>> 13 March 2008
I don't mean the path from your plate over your fork to your mouth. I mean the road from where it was planted, grown and harvested to where you cook it in your home.
Do you know where the food you buy comes from?
When the average North American sits down to eat, each ingredient has typically travelled at least 1,500 miles. The French consume ingredients that have travelled an average of 2000 km.
In 2005 Alisa Smith and James MacKinnon started the 100 mile diet. For one year, they would buy or gather their food and drink from within 100 miles of their apartment in Vancouver, British Columbia. A 100-mile radius (or 160 kilometres) is large enough to reach beyond a big city and small enough to feel truly local.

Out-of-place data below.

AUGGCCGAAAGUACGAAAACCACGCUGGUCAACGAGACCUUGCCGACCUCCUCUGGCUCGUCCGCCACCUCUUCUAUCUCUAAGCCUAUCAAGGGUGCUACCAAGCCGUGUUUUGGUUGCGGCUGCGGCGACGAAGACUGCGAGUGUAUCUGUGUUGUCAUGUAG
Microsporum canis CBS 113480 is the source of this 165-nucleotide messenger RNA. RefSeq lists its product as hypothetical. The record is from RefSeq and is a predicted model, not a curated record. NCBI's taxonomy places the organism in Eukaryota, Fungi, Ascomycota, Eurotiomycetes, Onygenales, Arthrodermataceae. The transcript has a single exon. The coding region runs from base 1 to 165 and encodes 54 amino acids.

if one takes into account the road travelled
by each of the ingredients necessary to produce it.
A similar experience was done by a journalist from the French Psychologies magazine (the article - in French - can be found here). She lives in Paris and thought that would make it easy. She received her vegetable basket every week from local producers via the French Amap organisation (the international network can be found here).
on the environment of 100 times
superior to boat transporation.
1 kg of apples from South Africa
0,25 liters for the same
designed to feed people.... it is designed
to produce the maximum amount of cash
in the shortest time. ... The global free market
might be good for some things (perhaps we get
better computers and warships that way)
but for farming, and hence for humanity
as a whole, it is disastrous.
Complete quote from Colin Tudge at
Treehugger can be found here.
100 mile diet
Local Food Economy Game
How to green your meals
Eat local (NRCD)
Simple Steps: a healthier you, a healthier home, a healthier earth.
Climate Action Network
Centre de recherche et d'information des organisations de consommateurs, Bruxelles
Réseau action climat France
Article Psychologies.com January 2008